Just about every American is feeling the pinch of the current economy. Whether it's as trivial as fewer presents under the tree, or something as serious as unemployment, it's safe to say that many people are hurting.
And this isn't just limited to the common working man or woman. Look no further than today's sports dailies and sites and you'll discover that the NFL, MLB, and the NBA are all laying workers off by the dozens. Even worse, Arena Football League is reportedly cancelling it's 2009 season due to the poor economy.
Yet, given these conditions, MLS continues to trump expansion. Seattle, that great Northwestern soccer bed, will join the fold next year. They've got a ton of season tickets sold already. They've got Microsoft cash and a rabid soccer fanbase. That's fantastic for all parties involved. I think Seattle was a worthy choice.
But Philadelphia, which was awarded a club for 2010, is having difficulty getting its much-hyped soccer stadium financed. Rio Tinto, the corporate moniker attached to Real Salt Lake's brand new stadium, just laid off 14,000 of its workers worldwide. Shocking, I know.
So, with that in mind, does it make any sense to talk about Portland, Miami, St. Louis or Vancouver?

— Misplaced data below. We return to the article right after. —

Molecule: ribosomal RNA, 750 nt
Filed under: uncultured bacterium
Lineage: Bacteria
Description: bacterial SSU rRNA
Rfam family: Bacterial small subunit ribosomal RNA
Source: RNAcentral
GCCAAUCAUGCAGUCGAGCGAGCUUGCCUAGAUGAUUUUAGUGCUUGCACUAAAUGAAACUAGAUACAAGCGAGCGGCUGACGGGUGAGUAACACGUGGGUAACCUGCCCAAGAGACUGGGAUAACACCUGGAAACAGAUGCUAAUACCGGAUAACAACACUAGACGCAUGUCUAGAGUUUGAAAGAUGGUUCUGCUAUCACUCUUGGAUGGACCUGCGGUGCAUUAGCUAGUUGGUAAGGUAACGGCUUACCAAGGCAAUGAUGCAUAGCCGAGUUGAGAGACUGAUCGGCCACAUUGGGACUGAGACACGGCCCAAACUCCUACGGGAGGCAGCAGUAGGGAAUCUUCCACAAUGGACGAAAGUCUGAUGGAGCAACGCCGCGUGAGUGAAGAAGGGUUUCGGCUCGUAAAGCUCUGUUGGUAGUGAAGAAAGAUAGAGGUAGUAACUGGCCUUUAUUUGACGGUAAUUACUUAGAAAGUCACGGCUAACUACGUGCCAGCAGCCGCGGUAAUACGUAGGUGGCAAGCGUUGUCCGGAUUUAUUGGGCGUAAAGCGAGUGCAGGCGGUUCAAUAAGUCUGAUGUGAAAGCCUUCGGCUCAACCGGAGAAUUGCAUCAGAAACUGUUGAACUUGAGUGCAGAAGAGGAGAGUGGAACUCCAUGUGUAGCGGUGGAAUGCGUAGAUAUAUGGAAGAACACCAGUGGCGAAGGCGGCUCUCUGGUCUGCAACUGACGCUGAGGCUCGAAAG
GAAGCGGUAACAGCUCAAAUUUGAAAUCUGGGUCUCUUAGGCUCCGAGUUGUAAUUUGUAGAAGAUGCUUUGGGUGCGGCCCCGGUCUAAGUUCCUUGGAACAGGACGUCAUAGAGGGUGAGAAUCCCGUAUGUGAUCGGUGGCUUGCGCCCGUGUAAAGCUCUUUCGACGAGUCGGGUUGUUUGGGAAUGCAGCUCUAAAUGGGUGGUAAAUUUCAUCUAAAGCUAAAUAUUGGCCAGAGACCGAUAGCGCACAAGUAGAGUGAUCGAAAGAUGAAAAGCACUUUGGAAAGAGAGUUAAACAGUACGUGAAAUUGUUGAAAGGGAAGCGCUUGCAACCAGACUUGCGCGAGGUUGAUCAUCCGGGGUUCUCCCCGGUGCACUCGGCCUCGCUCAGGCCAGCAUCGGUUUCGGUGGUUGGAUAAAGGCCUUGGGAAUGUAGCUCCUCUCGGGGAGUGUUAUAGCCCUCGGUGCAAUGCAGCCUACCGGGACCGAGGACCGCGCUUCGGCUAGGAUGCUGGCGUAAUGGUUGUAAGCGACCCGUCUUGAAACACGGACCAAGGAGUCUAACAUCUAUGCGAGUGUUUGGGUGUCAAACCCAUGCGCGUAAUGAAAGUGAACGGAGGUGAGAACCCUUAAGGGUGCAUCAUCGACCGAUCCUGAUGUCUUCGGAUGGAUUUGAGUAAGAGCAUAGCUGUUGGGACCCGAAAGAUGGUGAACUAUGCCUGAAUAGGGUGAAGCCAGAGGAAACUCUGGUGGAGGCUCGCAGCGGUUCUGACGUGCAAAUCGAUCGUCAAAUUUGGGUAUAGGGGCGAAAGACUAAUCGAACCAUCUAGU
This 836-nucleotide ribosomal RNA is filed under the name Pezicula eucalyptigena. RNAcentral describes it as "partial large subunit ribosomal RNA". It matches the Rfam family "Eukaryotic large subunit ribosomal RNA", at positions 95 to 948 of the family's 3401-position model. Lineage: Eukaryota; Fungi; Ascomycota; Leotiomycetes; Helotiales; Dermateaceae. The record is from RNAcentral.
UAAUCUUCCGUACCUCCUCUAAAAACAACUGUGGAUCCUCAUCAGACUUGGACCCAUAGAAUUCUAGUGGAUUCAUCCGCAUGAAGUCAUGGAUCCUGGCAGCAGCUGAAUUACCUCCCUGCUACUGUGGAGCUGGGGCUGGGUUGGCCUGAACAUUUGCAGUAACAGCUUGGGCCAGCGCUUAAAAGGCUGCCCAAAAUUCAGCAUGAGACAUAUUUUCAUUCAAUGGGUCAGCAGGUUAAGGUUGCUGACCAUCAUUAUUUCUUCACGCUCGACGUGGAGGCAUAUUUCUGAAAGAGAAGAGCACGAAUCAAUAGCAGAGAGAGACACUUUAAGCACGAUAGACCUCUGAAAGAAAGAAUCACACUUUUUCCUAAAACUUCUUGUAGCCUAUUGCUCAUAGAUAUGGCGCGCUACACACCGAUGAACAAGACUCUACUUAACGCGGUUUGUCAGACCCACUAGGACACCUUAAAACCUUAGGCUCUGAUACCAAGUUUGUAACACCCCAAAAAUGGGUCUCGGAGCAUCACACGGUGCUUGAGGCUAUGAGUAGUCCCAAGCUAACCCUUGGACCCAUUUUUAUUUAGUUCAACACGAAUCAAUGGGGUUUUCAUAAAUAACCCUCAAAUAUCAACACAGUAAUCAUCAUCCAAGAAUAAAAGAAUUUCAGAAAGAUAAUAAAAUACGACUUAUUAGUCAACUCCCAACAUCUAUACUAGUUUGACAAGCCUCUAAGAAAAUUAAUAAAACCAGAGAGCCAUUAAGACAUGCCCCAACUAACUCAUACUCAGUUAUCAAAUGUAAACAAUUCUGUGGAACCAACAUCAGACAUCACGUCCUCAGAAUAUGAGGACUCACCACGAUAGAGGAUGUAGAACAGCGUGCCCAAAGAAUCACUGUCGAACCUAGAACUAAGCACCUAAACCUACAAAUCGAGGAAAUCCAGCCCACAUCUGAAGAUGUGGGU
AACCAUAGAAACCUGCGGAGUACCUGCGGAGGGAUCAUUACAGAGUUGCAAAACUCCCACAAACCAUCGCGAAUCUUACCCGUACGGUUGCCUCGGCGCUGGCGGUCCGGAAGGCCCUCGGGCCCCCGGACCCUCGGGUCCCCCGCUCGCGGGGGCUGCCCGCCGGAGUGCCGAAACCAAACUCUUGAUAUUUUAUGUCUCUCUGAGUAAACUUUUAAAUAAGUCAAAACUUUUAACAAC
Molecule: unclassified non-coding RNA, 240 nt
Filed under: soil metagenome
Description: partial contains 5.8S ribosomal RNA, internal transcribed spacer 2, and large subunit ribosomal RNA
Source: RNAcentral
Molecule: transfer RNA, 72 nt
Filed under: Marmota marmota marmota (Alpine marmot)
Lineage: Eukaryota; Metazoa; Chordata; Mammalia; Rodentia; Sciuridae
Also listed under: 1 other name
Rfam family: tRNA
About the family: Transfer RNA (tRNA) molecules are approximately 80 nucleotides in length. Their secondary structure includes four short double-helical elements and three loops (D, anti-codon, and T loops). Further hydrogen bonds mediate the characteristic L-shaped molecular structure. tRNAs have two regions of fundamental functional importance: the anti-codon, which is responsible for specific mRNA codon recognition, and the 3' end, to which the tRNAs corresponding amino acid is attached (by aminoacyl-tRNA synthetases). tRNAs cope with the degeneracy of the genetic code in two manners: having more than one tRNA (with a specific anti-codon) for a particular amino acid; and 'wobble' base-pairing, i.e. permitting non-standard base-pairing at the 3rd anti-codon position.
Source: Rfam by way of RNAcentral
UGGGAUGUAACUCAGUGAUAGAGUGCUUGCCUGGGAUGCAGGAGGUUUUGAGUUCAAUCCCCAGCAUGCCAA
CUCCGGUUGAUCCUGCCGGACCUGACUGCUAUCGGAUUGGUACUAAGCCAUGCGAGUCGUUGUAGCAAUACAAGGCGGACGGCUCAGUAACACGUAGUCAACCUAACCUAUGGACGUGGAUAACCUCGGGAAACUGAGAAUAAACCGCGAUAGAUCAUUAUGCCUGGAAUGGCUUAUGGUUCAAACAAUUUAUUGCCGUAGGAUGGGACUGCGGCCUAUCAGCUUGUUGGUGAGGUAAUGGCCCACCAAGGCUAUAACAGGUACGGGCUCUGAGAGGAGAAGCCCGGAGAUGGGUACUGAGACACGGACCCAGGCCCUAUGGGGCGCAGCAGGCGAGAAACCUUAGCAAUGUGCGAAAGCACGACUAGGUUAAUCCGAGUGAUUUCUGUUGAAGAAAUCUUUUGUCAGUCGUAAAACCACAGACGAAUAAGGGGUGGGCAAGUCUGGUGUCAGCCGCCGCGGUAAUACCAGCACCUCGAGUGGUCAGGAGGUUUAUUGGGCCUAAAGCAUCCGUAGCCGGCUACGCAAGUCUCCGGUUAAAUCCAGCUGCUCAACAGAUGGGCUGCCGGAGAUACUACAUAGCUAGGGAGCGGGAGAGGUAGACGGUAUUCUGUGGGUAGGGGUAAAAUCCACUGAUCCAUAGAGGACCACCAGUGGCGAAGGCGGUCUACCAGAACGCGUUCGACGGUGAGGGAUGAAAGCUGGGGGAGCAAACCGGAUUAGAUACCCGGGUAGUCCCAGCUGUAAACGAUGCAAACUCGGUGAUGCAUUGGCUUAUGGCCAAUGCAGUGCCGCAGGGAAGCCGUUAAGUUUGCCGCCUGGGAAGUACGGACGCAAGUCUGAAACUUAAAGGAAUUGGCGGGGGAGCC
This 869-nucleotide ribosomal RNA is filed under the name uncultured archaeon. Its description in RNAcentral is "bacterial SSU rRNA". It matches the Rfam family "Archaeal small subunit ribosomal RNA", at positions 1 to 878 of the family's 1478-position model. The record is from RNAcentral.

The answer is no.
No, because one needn't look any further than the "Big Four " - MLB, NBA, NFL and NHL - to see that the economy is already wreaking havoc on their workforces. Even NASCAR, the much-heralded "fastest growing sport in America" has teams shedding employees faster than a lap around Bristol.
MLS has added more franchises (5) in the past four years than the Big Four (1) combined. I understand that MLS is a much younger and smaller operation, and thus, expansion is a much greater prospect there than in other well-established forums.
But, that's five more clubs that will need money to pay its staff. Add Philadelphia, and now you've got six. Money's already tight in MLS. Developmental players make less than the price of a Hyundai Sonata. Plus, the league's collective bargaining agreement expires at the end of 2009. Guess who's going to be asking for more money?*
(*Answer: Owners and players. Get the popcorn ready.)
It's a wonderful thing to talk about expansion. It signifies prosperity. MLS has come a long way since its inception 14 years ago. Yet, let's not forget that nothing happens in a vacuum. MLS cannot allow itself to think too far ahead into the future without paying attention to what's going on now.
It wasn't too long ago that the league had take the extreme measure of retraction in 2001. And back then, the eoconomy was actually healthy. It's been said that history may not always repeat itself, but often times, it tends to rhyme.
Let's hope that MLS doesn't have to sing the second line of the chorus.